“To open myself up to love feels like jumping off a cliff… without any sense of where I’ll land.” I expressed this early on in my relationship with Ben, in those blissful, naive days where looking deeply into his eyes made me blush and our hands were glued together, as we were glued together. I’d jumped off this cliff before, and found myself wounded, jaded, unsure of myself, unsure of love.
And yet, this friendship had grown, over miles run together, long bike rides, treks on Chicago’s “L”. We had talked for dozens of hours, about our families, our theologies, our dreams, if we should even dream. And as our friendship deepened, traces of love began to reveal themselves: a sideways glance, a deeper noticing, a gentler word, a borrowed sweatshirt. As the seasons turned in our city, the season was turning in our relationship – and I was bracing myself, because self-protection is instinctive.
“I’ve seen a lot of marriages end,” I said cautiously, the tea cup warming my hands in that frigid Chicago winter. He looked gently into my eyes, “I haven’t,” he said simply. We’d been dating several months, were madly in love, and were both inwardly contemplating if this person was going to be “my person.” I, however, was still unconvinced that this marriage idea was a good one, even though God had already said so. Wouldn’t marriage be a distraction from a life lived for God? How could I love God and love a husband, both well? Isn’t marriage… mostly hard? Did I really want that?
He convinced me I did. And I jumped off the cliff. Grace caught me.
Tears streamed down my face, as I sat rocking in the warm bath in our first apartment. We’d been married a month, and I wondered if I’d made the biggest mistake of my life. We’d fought about… something… which at the time, felt huge. I couldn’t fathom how we’d gotten here, already, in such a short time. Knowing what I now know, as a 4 on the Enneagram, feelings can be extreme for me, and I was feeling the extreme. The urge to self-protect was overpowering, oppressive. But there was grace, and the gentle nudge that we’d committed ourselves to each other, and our marriage to God. I wrapped myself in a towel, and stepped out.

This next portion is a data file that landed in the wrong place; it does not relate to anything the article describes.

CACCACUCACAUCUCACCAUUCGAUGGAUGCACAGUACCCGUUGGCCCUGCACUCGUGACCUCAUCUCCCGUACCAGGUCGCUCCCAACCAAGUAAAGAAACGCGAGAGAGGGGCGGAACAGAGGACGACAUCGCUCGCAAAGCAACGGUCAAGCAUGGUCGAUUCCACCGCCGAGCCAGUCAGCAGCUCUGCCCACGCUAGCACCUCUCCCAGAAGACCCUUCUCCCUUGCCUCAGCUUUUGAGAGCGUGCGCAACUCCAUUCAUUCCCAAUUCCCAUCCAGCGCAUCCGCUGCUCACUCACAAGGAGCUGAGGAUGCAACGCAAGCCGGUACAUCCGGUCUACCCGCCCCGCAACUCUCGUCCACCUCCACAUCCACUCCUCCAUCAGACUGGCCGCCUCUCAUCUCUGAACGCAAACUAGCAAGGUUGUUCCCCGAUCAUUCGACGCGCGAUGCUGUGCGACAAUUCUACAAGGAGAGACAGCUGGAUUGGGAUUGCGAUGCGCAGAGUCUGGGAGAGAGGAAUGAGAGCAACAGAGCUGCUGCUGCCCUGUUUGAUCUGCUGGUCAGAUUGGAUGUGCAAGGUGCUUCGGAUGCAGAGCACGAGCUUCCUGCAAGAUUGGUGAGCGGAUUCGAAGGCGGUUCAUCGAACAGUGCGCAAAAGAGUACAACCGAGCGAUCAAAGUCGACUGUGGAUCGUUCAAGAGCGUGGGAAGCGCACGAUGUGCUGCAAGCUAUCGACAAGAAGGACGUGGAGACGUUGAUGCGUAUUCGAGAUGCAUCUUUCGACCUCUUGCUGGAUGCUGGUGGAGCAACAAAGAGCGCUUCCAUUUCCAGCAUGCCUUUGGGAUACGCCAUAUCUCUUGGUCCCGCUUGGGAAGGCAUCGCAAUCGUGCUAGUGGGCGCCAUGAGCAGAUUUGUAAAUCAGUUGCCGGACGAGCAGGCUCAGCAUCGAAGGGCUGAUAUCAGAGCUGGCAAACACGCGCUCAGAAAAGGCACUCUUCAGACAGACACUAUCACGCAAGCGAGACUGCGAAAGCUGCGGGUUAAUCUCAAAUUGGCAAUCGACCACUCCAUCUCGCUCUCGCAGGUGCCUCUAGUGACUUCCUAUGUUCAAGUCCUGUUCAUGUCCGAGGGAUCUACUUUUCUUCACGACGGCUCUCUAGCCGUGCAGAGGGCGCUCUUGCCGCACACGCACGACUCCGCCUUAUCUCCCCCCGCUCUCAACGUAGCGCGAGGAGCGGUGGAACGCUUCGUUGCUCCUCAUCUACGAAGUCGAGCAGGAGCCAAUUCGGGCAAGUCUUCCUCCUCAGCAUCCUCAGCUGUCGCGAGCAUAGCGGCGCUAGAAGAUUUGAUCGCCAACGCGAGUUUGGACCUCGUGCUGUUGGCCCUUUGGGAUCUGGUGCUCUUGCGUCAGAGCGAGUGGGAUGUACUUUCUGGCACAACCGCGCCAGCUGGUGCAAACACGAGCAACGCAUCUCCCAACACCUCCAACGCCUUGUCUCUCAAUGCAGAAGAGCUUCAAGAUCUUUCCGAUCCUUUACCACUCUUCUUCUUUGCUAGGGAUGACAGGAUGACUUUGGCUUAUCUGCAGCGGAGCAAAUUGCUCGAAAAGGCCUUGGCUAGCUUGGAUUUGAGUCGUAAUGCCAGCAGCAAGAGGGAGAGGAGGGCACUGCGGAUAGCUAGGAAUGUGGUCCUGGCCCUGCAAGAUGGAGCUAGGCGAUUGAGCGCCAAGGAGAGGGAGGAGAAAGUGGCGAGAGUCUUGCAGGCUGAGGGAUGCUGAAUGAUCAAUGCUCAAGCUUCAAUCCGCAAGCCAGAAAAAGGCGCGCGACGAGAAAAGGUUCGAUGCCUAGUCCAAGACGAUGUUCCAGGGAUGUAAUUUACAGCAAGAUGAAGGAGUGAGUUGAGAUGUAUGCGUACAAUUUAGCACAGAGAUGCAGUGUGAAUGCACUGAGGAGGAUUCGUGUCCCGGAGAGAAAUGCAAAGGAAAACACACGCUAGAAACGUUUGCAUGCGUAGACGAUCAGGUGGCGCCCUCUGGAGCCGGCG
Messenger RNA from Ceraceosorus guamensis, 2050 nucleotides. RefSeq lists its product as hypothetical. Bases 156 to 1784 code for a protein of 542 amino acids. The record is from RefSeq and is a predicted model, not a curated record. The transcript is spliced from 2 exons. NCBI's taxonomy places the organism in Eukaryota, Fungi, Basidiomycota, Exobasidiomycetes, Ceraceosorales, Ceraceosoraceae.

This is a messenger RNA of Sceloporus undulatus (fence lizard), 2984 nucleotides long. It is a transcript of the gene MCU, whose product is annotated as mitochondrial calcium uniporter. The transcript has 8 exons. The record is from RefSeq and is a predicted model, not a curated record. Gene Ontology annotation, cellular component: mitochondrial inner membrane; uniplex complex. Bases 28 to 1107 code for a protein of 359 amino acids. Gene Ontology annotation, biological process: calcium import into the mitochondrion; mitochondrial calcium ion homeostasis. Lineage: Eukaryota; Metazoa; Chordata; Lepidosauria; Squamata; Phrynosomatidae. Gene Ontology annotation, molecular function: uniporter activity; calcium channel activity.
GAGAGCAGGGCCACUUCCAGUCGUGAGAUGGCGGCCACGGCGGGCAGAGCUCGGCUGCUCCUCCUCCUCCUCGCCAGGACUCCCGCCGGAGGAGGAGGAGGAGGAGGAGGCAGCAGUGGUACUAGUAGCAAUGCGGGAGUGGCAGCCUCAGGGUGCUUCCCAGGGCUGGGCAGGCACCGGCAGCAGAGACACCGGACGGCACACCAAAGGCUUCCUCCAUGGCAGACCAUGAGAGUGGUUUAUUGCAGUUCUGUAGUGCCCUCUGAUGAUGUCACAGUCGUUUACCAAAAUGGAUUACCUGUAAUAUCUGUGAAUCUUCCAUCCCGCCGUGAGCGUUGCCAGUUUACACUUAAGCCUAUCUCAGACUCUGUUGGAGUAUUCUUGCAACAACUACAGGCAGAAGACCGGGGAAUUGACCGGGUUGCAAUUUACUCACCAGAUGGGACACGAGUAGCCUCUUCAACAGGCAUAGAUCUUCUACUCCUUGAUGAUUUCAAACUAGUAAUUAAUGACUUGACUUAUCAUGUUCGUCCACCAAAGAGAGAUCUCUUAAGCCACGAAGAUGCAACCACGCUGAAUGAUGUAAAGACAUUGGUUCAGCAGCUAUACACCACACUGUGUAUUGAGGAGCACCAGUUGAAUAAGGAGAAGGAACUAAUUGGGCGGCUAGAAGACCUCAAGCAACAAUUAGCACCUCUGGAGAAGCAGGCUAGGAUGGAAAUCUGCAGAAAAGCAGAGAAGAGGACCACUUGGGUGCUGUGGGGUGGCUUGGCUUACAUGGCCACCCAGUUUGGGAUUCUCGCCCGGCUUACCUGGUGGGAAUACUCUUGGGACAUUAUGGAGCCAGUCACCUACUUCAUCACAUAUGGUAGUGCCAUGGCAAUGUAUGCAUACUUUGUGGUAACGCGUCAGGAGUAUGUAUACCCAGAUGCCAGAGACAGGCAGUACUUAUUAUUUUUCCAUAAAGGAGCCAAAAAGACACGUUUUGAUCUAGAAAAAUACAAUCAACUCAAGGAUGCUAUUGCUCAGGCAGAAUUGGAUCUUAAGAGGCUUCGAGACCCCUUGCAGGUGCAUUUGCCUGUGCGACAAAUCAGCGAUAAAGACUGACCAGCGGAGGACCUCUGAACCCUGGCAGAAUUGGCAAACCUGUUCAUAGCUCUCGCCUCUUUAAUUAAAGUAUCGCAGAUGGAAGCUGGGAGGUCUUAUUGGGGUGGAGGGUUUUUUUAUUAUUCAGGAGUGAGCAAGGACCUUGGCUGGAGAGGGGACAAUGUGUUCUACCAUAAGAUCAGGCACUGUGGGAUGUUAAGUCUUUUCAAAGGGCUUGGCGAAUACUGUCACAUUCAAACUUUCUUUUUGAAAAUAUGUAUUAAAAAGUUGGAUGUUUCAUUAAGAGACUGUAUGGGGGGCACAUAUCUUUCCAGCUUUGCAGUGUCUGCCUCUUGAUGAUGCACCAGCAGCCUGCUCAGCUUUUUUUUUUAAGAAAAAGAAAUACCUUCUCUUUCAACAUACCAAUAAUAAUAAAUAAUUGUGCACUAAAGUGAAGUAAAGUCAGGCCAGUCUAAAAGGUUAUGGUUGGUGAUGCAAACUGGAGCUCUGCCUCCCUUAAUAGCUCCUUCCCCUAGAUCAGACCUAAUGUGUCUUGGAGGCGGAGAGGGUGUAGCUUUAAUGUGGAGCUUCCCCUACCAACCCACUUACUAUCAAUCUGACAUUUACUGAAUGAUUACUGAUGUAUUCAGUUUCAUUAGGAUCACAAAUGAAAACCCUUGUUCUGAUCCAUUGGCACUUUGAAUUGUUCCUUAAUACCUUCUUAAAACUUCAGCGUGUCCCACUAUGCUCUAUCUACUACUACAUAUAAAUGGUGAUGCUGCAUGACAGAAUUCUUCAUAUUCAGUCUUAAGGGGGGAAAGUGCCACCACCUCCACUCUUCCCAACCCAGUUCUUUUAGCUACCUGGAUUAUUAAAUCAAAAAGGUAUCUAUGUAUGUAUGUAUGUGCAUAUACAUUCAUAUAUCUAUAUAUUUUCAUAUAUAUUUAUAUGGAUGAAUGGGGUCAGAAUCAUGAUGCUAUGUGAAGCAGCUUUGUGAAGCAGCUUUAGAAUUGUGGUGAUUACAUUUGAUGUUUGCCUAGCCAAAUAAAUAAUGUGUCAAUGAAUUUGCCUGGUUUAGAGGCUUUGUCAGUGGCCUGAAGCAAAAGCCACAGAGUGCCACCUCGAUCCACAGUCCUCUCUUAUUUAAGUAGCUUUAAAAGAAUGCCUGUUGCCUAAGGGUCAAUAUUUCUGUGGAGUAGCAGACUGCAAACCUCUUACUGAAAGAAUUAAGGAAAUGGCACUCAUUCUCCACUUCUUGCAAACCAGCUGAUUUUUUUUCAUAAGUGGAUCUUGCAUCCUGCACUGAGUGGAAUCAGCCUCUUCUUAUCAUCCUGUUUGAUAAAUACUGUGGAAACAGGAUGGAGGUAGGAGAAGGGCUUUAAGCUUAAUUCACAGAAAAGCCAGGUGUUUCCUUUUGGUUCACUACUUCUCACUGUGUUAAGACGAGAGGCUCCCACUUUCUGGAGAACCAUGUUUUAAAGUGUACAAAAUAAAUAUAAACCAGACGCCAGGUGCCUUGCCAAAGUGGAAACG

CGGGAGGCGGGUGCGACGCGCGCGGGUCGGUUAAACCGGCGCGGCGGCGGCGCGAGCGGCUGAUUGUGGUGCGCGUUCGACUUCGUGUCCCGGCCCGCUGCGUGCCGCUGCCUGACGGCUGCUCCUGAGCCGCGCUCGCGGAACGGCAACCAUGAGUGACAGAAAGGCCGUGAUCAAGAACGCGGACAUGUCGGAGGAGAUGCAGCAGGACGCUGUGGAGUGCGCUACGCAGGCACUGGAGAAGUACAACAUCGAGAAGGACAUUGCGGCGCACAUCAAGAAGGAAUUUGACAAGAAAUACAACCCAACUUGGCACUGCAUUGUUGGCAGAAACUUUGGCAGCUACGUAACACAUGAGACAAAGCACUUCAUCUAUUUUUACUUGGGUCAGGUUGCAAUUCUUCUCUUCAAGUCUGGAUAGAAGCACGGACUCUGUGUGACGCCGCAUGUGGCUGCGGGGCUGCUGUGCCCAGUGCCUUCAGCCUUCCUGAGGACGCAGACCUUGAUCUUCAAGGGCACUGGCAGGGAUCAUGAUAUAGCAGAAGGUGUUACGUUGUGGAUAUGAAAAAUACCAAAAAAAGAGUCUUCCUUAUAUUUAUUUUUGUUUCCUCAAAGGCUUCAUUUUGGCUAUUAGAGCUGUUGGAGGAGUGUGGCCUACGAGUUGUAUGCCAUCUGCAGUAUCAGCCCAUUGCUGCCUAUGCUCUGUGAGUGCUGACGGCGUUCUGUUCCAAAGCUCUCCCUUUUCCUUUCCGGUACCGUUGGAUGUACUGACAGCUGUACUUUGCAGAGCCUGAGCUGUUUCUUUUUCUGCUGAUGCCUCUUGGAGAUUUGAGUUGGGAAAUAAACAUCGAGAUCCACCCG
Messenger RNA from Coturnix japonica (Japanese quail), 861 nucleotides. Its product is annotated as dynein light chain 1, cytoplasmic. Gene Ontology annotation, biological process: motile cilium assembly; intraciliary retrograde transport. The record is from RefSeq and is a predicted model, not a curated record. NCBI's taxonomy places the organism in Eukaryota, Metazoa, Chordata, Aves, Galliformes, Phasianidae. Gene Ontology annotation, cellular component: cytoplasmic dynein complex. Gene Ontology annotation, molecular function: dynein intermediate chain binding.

He kissed me on the forehead. “I didn’t know you were so upset,” he said. “Neither did I,” I admit. We sat together, holding hands, my heart opening in the restoration.
The children were bouncing, literally, on and off of the air mattress in our rented home. It had been an intense last few years, with us both in master’s programs, just scraping by with our part-time jobs, and having three babies. The squeals and screams escalated, and he caught my eye. Before there was this, he seemed to say, there was us. Do you remember that? The days of us? It’s easy to lose sight of, amidst the changing diapers, the night feeds, the battles of will, the tiny bodies currently flying in the air. I smile back, yes, us. Look at what’s come from us – look at this beautiful grace. It’s not easy, but it’s beautiful.
Ten and a half years into marriage, and we were driving up California’s Hwy 1 on a long-anticipated getaway, just us. With the Pacific constant on our left, and miles of vegetable and fruit fields on our right, we talked about the deepest parts of our souls, bared our hearts, feeling scared and vulnerable, but held and hopeful. We pulled off at a beach – again – to walk in the sand, watch the waves, breath the salty air as we considered the enormity of a life spent together. I reflected on our ten years, and my grandparents sixty. I long for sixty years. I reflect on the strength it must take to live a life with someone for sixty years. I rest in the grace I know God has provided, and will keep providing.
We spread ourselves and our now four children over two rows on the massive airplane, finally flying home after a long delay across an ocean. Our excessive luggage containing our life of the past eight months was hopefully residing in the belly beneath us, but it’s hard to be sure. Each child has her pillow, check, her blanket, check, her headphones, check. My stomach lurched with the turbulence, my heart ached with fresh goodbyes and yet anticipated the joyous peace of home. I met his eyes over the seats, the children, the ocean and continents below. Those eyes that drew me in long ago, that have held me when I’ve been broken, that have borne my deepest secrets, that have known my truest love. Here we are, suspended between oceans, suspended in time, held in love, held by grace. My heart swells; I cannot imagine another life, could not have imagined the goodness of God in this gift, in these gifts. Hard? Yes. But so good.
Every good and perfect gift is from above, coming down from the Father of the heavenly lights, who does not change like shifting shadows.james 1:17